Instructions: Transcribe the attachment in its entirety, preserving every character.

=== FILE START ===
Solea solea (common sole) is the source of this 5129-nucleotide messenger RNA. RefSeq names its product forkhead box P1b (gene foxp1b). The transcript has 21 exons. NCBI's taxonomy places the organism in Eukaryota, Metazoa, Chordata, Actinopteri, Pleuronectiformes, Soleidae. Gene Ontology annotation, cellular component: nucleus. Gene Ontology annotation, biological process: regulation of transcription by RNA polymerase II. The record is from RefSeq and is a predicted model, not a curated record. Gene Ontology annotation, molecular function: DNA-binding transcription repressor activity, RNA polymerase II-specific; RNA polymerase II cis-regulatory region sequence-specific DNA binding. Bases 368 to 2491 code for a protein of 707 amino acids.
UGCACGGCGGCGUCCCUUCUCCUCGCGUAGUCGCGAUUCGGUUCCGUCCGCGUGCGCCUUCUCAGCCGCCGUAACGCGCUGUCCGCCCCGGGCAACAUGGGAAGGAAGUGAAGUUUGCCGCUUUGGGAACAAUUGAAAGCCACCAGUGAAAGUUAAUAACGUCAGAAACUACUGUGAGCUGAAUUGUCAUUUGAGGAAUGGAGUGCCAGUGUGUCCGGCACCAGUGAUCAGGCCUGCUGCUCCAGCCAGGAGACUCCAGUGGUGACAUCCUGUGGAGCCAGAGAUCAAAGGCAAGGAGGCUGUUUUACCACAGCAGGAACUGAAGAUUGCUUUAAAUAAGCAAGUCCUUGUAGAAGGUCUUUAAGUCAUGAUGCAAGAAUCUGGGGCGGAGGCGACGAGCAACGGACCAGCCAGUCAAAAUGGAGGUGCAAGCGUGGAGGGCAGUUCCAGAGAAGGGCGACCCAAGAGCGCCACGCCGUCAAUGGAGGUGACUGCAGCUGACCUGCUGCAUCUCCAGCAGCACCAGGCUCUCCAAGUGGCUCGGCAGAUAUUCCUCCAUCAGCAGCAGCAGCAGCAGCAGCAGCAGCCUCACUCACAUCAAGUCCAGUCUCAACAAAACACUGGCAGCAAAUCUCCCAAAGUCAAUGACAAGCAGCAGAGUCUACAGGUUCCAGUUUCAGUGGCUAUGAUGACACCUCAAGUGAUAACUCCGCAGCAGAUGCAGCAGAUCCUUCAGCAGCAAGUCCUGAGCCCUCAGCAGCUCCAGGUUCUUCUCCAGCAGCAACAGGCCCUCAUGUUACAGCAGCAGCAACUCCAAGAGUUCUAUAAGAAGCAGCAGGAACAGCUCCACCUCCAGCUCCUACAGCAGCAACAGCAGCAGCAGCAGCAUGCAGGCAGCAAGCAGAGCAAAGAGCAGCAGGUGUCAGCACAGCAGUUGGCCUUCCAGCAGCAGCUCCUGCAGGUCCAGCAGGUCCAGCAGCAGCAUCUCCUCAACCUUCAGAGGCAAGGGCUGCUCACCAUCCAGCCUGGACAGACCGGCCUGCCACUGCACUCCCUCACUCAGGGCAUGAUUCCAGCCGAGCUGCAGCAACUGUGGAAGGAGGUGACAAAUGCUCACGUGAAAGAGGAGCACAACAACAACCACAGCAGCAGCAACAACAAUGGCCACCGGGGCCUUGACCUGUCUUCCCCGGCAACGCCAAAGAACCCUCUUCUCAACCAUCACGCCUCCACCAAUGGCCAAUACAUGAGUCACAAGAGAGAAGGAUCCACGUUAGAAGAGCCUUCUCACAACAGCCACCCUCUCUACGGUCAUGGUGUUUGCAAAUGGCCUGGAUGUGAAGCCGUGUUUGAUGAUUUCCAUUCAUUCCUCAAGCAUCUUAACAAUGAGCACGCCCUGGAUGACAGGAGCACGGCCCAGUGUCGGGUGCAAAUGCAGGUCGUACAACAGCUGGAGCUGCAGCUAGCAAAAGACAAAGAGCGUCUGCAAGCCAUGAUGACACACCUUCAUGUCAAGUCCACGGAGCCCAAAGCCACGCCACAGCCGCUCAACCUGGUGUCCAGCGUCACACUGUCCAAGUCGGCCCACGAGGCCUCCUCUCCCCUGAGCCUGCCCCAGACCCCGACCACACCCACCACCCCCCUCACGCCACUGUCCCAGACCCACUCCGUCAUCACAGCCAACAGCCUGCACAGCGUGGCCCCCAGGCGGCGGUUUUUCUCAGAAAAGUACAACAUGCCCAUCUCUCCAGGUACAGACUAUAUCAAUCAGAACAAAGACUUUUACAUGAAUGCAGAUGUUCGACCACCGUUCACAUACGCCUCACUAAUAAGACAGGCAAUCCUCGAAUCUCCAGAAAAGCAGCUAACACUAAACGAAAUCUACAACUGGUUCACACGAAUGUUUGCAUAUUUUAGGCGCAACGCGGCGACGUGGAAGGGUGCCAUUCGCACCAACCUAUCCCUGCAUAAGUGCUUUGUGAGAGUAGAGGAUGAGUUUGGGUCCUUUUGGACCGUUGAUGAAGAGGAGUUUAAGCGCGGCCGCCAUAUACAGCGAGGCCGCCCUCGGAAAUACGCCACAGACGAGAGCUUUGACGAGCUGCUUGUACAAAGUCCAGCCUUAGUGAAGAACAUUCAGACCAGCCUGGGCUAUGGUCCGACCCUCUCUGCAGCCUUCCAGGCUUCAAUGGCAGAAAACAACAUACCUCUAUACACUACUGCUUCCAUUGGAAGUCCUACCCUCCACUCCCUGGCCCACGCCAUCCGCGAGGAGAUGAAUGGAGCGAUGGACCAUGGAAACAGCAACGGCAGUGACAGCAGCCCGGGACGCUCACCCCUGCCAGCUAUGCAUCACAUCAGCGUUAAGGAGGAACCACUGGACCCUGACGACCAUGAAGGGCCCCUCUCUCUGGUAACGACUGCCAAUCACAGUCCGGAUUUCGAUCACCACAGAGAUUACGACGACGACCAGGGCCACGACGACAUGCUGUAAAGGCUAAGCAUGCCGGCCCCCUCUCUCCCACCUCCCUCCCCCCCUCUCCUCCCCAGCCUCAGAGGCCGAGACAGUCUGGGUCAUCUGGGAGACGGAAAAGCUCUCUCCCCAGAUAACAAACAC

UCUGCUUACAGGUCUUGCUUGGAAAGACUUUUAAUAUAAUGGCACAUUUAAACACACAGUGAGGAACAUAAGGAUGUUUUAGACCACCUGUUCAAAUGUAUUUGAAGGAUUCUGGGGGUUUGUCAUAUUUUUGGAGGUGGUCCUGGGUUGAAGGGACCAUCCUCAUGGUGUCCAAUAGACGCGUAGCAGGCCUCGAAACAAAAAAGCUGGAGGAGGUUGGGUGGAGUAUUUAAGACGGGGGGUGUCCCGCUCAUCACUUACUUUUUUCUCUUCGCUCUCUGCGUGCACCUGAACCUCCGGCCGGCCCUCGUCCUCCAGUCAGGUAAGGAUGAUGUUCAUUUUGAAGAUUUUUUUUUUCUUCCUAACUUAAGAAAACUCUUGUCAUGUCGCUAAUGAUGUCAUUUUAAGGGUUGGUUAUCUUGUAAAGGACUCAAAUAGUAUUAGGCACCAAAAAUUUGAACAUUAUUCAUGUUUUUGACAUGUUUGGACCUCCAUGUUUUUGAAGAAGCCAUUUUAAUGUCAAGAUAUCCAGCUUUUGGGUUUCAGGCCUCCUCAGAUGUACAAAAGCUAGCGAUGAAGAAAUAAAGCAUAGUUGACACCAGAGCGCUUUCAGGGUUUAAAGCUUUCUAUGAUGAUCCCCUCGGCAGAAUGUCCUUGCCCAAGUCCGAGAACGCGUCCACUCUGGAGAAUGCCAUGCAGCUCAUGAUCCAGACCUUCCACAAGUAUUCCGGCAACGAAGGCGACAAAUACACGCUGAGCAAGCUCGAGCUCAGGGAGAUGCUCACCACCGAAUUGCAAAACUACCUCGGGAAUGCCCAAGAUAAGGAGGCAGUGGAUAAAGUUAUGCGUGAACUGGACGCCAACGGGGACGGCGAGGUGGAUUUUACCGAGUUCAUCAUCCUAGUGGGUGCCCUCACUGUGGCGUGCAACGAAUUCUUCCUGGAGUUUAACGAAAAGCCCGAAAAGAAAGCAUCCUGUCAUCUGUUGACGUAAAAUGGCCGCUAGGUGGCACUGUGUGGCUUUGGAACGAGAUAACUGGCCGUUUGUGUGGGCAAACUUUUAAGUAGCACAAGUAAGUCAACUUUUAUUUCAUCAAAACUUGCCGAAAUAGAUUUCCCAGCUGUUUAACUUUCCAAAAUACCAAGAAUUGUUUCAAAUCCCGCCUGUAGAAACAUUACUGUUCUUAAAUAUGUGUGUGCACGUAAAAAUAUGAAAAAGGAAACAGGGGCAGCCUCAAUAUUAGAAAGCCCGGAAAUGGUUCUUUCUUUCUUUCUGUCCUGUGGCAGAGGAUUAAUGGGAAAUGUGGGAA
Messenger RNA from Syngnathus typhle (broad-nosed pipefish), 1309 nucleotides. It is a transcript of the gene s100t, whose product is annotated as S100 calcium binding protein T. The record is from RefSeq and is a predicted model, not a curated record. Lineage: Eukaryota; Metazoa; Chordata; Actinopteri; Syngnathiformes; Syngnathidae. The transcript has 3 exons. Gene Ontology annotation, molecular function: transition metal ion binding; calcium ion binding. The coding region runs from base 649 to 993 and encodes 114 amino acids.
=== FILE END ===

Solea solea (common sole) is the source of this 5129-nucleotide messenger RNA. RefSeq names its product forkhead box P1b (gene foxp1b). The transcript has 21 exons. NCBI's taxonomy places the organism in Eukaryota, Metazoa, Chordata, Actinopteri, Pleuronectiformes, Soleidae. Gene Ontology annotation, cellular component: nucleus. Gene Ontology annotation, biological process: regulation of transcription by RNA polymerase II. The record is from RefSeq and is a predicted model, not a curated record. Gene Ontology annotation, molecular function: DNA-binding transcription repressor activity, RNA polymerase II-specific; RNA polymerase II cis-regulatory region sequence-specific DNA binding. Bases 368 to 2491 code for a protein of 707 amino acids.
UGCACGGCGGCGUCCCUUCUCCUCGCGUAGUCGCGAUUCGGUUCCGUCCGCGUGCGCCUUCUCAGCCGCCGUAACGCGCUGUCCGCCCCGGGCAACAUGGGAAGGAAGUGAAGUUUGCCGCUUUGGGAACAAUUGAAAGCCACCAGUGAAAGUUAAUAACGUCAGAAACUACUGUGAGCUGAAUUGUCAUUUGAGGAAUGGAGUGCCAGUGUGUCCGGCACCAGUGAUCAGGCCUGCUGCUCCAGCCAGGAGACUCCAGUGGUGACAUCCUGUGGAGCCAGAGAUCAAAGGCAAGGAGGCUGUUUUACCACAGCAGGAACUGAAGAUUGCUUUAAAUAAGCAAGUCCUUGUAGAAGGUCUUUAAGUCAUGAUGCAAGAAUCUGGGGCGGAGGCGACGAGCAACGGACCAGCCAGUCAAAAUGGAGGUGCAAGCGUGGAGGGCAGUUCCAGAGAAGGGCGACCCAAGAGCGCCACGCCGUCAAUGGAGGUGACUGCAGCUGACCUGCUGCAUCUCCAGCAGCACCAGGCUCUCCAAGUGGCUCGGCAGAUAUUCCUCCAUCAGCAGCAGCAGCAGCAGCAGCAGCAGCCUCACUCACAUCAAGUCCAGUCUCAACAAAACACUGGCAGCAAAUCUCCCAAAGUCAAUGACAAGCAGCAGAGUCUACAGGUUCCAGUUUCAGUGGCUAUGAUGACACCUCAAGUGAUAACUCCGCAGCAGAUGCAGCAGAUCCUUCAGCAGCAAGUCCUGAGCCCUCAGCAGCUCCAGGUUCUUCUCCAGCAGCAACAGGCCCUCAUGUUACAGCAGCAGCAACUCCAAGAGUUCUAUAAGAAGCAGCAGGAACAGCUCCACCUCCAGCUCCUACAGCAGCAACAGCAGCAGCAGCAGCAUGCAGGCAGCAAGCAGAGCAAAGAGCAGCAGGUGUCAGCACAGCAGUUGGCCUUCCAGCAGCAGCUCCUGCAGGUCCAGCAGGUCCAGCAGCAGCAUCUCCUCAACCUUCAGAGGCAAGGGCUGCUCACCAUCCAGCCUGGACAGACCGGCCUGCCACUGCACUCCCUCACUCAGGGCAUGAUUCCAGCCGAGCUGCAGCAACUGUGGAAGGAGGUGACAAAUGCUCACGUGAAAGAGGAGCACAACAACAACCACAGCAGCAGCAACAACAAUGGCCACCGGGGCCUUGACCUGUCUUCCCCGGCAACGCCAAAGAACCCUCUUCUCAACCAUCACGCCUCCACCAAUGGCCAAUACAUGAGUCACAAGAGAGAAGGAUCCACGUUAGAAGAGCCUUCUCACAACAGCCACCCUCUCUACGGUCAUGGUGUUUGCAAAUGGCCUGGAUGUGAAGCCGUGUUUGAUGAUUUCCAUUCAUUCCUCAAGCAUCUUAACAAUGAGCACGCCCUGGAUGACAGGAGCACGGCCCAGUGUCGGGUGCAAAUGCAGGUCGUACAACAGCUGGAGCUGCAGCUAGCAAAAGACAAAGAGCGUCUGCAAGCCAUGAUGACACACCUUCAUGUCAAGUCCACGGAGCCCAAAGCCACGCCACAGCCGCUCAACCUGGUGUCCAGCGUCACACUGUCCAAGUCGGCCCACGAGGCCUCCUCUCCCCUGAGCCUGCCCCAGACCCCGACCACACCCACCACCCCCCUCACGCCACUGUCCCAGACCCACUCCGUCAUCACAGCCAACAGCCUGCACAGCGUGGCCCCCAGGCGGCGGUUUUUCUCAGAAAAGUACAACAUGCCCAUCUCUCCAGGUACAGACUAUAUCAAUCAGAACAAAGACUUUUACAUGAAUGCAGAUGUUCGACCACCGUUCACAUACGCCUCACUAAUAAGACAGGCAAUCCUCGAAUCUCCAGAAAAGCAGCUAACACUAAACGAAAUCUACAACUGGUUCACACGAAUGUUUGCAUAUUUUAGGCGCAACGCGGCGACGUGGAAGGGUGCCAUUCGCACCAACCUAUCCCUGCAUAAGUGCUUUGUGAGAGUAGAGGAUGAGUUUGGGUCCUUUUGGACCGUUGAUGAAGAGGAGUUUAAGCGCGGCCGCCAUAUACAGCGAGGCCGCCCUCGGAAAUACGCCACAGACGAGAGCUUUGACGAGCUGCUUGUACAAAGUCCAGCCUUAGUGAAGAACAUUCAGACCAGCCUGGGCUAUGGUCCGACCCUCUCUGCAGCCUUCCAGGCUUCAAUGGCAGAAAACAACAUACCUCUAUACACUACUGCUUCCAUUGGAAGUCCUACCCUCCACUCCCUGGCCCACGCCAUCCGCGAGGAGAUGAAUGGAGCGAUGGACCAUGGAAACAGCAACGGCAGUGACAGCAGCCCGGGACGCUCACCCCUGCCAGCUAUGCAUCACAUCAGCGUUAAGGAGGAACCACUGGACCCUGACGACCAUGAAGGGCCCCUCUCUCUGGUAACGACUGCCAAUCACAGUCCGGAUUUCGAUCACCACAGAGAUUACGACGACGACCAGGGCCACGACGACAUGCUGUAAAGGCUAAGCAUGCCGGCCCCCUCUCUCCCACCUCCCUCCCCCCCUCUCCUCCCCAGCCUCAGAGGCCGAGACAGUCUGGGUCAUCUGGGAGACGGAAAAGCUCUCUCCCCAGAUAACAAACAC

UCUGCUUACAGGUCUUGCUUGGAAAGACUUUUAAUAUAAUGGCACAUUUAAACACACAGUGAGGAACAUAAGGAUGUUUUAGACCACCUGUUCAAAUGUAUUUGAAGGAUUCUGGGGGUUUGUCAUAUUUUUGGAGGUGGUCCUGGGUUGAAGGGACCAUCCUCAUGGUGUCCAAUAGACGCGUAGCAGGCCUCGAAACAAAAAAGCUGGAGGAGGUUGGGUGGAGUAUUUAAGACGGGGGGUGUCCCGCUCAUCACUUACUUUUUUCUCUUCGCUCUCUGCGUGCACCUGAACCUCCGGCCGGCCCUCGUCCUCCAGUCAGGUAAGGAUGAUGUUCAUUUUGAAGAUUUUUUUUUUCUUCCUAACUUAAGAAAACUCUUGUCAUGUCGCUAAUGAUGUCAUUUUAAGGGUUGGUUAUCUUGUAAAGGACUCAAAUAGUAUUAGGCACCAAAAAUUUGAACAUUAUUCAUGUUUUUGACAUGUUUGGACCUCCAUGUUUUUGAAGAAGCCAUUUUAAUGUCAAGAUAUCCAGCUUUUGGGUUUCAGGCCUCCUCAGAUGUACAAAAGCUAGCGAUGAAGAAAUAAAGCAUAGUUGACACCAGAGCGCUUUCAGGGUUUAAAGCUUUCUAUGAUGAUCCCCUCGGCAGAAUGUCCUUGCCCAAGUCCGAGAACGCGUCCACUCUGGAGAAUGCCAUGCAGCUCAUGAUCCAGACCUUCCACAAGUAUUCCGGCAACGAAGGCGACAAAUACACGCUGAGCAAGCUCGAGCUCAGGGAGAUGCUCACCACCGAAUUGCAAAACUACCUCGGGAAUGCCCAAGAUAAGGAGGCAGUGGAUAAAGUUAUGCGUGAACUGGACGCCAACGGGGACGGCGAGGUGGAUUUUACCGAGUUCAUCAUCCUAGUGGGUGCCCUCACUGUGGCGUGCAACGAAUUCUUCCUGGAGUUUAACGAAAAGCCCGAAAAGAAAGCAUCCUGUCAUCUGUUGACGUAAAAUGGCCGCUAGGUGGCACUGUGUGGCUUUGGAACGAGAUAACUGGCCGUUUGUGUGGGCAAACUUUUAAGUAGCACAAGUAAGUCAACUUUUAUUUCAUCAAAACUUGCCGAAAUAGAUUUCCCAGCUGUUUAACUUUCCAAAAUACCAAGAAUUGUUUCAAAUCCCGCCUGUAGAAACAUUACUGUUCUUAAAUAUGUGUGUGCACGUAAAAAUAUGAAAAAGGAAACAGGGGCAGCCUCAAUAUUAGAAAGCCCGGAAAUGGUUCUUUCUUUCUUUCUGUCCUGUGGCAGAGGAUUAAUGGGAAAUGUGGGAA
Messenger RNA from Syngnathus typhle (broad-nosed pipefish), 1309 nucleotides. It is a transcript of the gene s100t, whose product is annotated as S100 calcium binding protein T. The record is from RefSeq and is a predicted model, not a curated record. Lineage: Eukaryota; Metazoa; Chordata; Actinopteri; Syngnathiformes; Syngnathidae. The transcript has 3 exons. Gene Ontology annotation, molecular function: transition metal ion binding; calcium ion binding. The coding region runs from base 649 to 993 and encodes 114 amino acids.